I voted Yes Yes for a Scottish parliament with tax raising powers. I was promised a new vision of politics and a new way of politicians doing things. What did I get ? Well the first Yes Yes I heard from our MSPs was when they voted to give themselves 17 weeks holidays and a pay rise. I couldn't quite see how "performance related pay" that was being rammed down everyone else's throat applied to this. Then I realised didn't George Orwell warn us about this at the end of "Animal Farm"? " Don't matter what you peasants do or think - we'll keep on giving you the same old p*sh in a different shaped bottle !"

ps I'm not suggesting Canadian politicians, press , and legal establishment are any better - it's just that some of the press at least don't seem quite so bad .
pps Sorry for a very long sentence.

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12. bill mccall, sydney / 7:45am 18 Feb 2007

why blame the poor, probably underfunded and resource poverished, forensic services.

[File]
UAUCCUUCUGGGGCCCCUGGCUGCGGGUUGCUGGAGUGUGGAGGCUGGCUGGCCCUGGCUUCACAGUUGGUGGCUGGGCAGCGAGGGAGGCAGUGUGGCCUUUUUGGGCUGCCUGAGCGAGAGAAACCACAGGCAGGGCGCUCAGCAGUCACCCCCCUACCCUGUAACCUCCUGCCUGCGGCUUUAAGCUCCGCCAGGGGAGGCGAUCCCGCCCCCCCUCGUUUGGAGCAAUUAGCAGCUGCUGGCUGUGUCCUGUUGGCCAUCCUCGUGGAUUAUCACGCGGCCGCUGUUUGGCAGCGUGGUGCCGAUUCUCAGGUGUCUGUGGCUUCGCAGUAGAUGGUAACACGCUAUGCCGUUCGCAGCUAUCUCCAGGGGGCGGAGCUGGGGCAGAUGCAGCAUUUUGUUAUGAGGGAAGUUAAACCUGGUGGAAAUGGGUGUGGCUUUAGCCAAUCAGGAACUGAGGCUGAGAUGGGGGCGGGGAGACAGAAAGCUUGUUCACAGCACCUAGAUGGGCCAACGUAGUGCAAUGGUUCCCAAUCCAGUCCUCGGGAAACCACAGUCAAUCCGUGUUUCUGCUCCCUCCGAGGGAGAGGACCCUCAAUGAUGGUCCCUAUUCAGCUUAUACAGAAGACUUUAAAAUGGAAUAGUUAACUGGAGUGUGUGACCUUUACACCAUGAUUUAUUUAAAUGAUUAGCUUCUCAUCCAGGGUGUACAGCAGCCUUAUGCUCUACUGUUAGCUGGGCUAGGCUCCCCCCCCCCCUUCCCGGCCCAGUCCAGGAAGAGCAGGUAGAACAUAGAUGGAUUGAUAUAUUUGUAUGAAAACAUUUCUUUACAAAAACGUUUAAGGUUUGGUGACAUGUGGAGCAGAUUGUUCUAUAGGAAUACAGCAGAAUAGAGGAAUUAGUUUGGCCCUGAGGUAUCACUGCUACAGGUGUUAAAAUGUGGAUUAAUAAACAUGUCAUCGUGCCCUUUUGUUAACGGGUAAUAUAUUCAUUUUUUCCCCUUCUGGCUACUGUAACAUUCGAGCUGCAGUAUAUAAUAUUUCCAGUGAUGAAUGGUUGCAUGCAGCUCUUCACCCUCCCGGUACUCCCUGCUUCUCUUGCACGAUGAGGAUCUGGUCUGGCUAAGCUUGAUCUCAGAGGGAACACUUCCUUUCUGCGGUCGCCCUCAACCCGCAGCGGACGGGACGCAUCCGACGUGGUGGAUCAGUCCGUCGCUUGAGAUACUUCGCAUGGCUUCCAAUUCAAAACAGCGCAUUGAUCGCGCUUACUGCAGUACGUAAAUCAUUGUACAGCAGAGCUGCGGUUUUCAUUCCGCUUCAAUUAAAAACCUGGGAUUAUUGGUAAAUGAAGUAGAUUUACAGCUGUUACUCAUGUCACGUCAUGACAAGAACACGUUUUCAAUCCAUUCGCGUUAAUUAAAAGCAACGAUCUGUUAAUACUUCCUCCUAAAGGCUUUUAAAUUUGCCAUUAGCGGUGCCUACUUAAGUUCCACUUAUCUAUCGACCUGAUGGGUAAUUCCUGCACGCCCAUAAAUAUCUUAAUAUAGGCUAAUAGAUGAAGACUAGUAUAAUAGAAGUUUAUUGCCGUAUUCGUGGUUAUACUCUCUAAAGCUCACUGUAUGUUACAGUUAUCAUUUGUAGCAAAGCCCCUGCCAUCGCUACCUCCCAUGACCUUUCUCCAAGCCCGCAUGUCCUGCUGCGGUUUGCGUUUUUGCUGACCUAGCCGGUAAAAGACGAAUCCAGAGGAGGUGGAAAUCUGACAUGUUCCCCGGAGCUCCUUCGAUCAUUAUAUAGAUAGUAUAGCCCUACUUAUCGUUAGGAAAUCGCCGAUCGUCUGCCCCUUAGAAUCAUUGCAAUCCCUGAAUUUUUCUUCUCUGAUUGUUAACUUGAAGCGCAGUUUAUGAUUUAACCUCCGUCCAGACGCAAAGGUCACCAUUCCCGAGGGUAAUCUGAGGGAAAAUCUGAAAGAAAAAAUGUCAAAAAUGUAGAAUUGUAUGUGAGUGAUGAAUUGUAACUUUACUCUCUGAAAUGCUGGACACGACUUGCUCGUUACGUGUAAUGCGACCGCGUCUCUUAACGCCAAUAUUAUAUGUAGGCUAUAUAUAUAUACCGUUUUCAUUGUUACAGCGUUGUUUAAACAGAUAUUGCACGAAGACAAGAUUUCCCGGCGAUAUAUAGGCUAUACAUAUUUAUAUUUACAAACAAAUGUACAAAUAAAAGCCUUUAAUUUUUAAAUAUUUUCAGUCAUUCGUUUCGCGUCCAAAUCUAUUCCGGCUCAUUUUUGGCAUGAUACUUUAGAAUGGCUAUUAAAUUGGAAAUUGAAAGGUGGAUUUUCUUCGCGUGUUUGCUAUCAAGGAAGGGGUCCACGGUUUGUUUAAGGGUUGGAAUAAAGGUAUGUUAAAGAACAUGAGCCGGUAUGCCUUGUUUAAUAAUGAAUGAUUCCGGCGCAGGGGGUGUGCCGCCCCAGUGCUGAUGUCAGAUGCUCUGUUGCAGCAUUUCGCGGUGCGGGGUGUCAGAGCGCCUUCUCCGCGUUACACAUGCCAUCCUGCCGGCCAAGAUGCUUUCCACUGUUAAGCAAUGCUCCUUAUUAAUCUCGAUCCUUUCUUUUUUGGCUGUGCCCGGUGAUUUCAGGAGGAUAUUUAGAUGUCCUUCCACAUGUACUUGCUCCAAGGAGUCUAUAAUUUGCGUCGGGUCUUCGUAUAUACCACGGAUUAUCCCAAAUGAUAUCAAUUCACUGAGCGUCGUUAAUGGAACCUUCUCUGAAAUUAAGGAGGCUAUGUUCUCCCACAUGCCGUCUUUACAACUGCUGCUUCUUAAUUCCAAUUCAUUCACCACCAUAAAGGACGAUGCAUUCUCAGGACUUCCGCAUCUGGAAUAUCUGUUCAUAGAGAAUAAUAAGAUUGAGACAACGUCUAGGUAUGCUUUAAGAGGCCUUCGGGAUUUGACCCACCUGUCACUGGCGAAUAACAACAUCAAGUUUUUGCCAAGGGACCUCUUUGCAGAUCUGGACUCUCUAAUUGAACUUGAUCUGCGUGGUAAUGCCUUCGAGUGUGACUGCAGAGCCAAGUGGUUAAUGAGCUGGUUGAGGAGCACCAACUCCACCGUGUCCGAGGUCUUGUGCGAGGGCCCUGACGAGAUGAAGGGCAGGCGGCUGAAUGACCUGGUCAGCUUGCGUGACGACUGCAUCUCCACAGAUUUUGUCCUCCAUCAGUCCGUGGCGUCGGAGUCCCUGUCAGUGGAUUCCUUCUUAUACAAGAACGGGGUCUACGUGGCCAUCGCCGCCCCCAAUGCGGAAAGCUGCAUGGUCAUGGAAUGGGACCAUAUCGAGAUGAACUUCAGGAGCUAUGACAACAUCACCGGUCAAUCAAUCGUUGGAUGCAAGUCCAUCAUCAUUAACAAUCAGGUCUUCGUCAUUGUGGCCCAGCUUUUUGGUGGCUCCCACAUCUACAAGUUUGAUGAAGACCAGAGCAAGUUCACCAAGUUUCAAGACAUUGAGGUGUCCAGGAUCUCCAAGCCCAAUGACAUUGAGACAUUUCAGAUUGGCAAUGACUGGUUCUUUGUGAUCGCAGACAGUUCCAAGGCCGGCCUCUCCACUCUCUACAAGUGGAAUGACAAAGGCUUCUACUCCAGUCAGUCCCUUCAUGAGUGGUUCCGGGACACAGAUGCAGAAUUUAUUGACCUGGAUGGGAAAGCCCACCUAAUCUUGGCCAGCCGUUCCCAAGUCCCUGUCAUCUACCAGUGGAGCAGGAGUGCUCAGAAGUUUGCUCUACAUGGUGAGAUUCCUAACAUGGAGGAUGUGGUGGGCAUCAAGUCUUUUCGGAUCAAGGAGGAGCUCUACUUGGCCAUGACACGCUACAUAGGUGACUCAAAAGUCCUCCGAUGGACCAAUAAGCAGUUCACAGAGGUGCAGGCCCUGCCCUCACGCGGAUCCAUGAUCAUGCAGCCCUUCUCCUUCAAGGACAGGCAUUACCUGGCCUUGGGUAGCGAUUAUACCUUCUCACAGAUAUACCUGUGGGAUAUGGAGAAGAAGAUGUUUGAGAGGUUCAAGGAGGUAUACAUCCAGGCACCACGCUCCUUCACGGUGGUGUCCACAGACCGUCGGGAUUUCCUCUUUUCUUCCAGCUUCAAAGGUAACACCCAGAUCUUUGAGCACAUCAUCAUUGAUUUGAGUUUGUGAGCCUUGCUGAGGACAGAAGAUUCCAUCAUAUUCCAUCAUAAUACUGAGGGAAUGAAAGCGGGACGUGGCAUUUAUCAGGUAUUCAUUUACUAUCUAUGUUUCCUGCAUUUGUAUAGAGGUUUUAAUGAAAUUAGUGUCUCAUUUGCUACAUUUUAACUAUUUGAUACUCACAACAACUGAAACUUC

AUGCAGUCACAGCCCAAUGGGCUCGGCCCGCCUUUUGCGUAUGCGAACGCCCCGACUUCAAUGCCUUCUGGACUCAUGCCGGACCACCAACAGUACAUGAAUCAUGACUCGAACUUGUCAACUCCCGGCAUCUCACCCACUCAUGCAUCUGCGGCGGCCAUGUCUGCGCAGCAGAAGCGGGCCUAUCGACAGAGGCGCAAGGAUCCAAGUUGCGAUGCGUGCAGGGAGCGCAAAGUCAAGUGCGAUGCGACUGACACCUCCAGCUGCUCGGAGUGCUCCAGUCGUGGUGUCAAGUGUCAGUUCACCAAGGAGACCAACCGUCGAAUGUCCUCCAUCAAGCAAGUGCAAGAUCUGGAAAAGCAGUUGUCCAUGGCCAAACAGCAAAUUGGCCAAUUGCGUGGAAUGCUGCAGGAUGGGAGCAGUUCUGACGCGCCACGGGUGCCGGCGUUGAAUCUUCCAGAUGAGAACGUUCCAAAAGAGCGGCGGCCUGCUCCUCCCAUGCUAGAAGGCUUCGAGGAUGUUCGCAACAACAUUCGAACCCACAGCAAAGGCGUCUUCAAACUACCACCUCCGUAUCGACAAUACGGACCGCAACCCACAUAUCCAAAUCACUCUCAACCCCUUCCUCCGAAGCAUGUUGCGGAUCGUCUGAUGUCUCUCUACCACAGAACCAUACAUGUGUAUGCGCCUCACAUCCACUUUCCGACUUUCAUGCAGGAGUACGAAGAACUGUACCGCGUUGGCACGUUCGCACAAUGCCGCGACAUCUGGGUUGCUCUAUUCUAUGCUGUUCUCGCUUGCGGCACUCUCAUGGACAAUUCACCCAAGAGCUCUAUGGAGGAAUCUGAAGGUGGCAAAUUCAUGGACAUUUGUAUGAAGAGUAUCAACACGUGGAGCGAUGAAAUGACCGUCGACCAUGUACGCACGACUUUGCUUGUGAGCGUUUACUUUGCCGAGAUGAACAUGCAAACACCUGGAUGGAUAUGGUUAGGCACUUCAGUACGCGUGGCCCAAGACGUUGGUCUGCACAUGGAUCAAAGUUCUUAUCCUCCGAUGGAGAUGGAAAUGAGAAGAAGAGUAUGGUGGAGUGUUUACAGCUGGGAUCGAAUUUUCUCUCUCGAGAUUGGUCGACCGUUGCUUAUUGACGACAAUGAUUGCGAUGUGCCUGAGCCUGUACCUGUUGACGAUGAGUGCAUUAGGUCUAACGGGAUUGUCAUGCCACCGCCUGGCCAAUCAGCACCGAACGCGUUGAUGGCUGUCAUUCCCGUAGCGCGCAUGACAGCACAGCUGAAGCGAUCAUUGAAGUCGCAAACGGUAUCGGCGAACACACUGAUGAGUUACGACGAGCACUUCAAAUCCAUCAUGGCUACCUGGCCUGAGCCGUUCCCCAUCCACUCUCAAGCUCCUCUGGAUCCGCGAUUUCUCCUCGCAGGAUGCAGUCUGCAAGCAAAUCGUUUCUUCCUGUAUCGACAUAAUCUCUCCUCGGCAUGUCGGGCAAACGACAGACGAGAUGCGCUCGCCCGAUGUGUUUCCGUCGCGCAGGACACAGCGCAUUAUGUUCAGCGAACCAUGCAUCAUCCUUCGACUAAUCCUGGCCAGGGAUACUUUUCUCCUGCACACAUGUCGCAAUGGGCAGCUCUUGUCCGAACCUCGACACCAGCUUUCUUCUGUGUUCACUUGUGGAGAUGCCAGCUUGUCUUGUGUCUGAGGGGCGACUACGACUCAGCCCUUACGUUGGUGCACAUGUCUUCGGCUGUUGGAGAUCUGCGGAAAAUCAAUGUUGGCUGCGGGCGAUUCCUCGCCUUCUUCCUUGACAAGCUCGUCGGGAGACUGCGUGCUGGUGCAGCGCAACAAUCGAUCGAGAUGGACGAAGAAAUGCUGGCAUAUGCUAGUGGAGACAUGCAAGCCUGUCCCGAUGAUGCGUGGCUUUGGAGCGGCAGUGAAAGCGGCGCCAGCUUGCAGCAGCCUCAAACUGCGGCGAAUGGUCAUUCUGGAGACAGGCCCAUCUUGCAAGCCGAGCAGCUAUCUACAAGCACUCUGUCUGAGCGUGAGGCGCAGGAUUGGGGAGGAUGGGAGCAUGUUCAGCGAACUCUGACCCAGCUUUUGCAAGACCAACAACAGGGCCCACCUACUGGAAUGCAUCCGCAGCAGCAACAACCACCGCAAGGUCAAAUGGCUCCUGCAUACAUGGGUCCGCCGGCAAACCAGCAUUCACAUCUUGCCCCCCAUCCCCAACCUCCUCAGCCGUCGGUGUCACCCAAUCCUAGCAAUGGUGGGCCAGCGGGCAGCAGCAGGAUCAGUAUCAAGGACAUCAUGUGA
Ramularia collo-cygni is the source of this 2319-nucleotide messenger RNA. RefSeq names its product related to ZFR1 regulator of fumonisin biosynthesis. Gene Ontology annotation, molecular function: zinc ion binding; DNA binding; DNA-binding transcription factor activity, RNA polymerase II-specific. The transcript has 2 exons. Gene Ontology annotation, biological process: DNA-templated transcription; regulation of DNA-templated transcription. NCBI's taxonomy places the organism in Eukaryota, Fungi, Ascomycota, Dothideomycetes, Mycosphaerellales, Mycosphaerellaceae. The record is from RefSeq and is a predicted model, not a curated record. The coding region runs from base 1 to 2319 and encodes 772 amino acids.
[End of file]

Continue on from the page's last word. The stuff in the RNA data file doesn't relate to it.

There is an overall failure of public service performance in almost every branch of service to the public. Not only in UK.

This is probably due to poor education standards, pathetic recruitment policies, loss of discipline in almost every walk of life; but above all the atrocious quality of general responsibility for anything that can be asociated with progressive socialisation of our lives! They just have no idea, they are poorly prepared for reality and thoroughly believe that anyone who votes Labour deserves a chance at anything.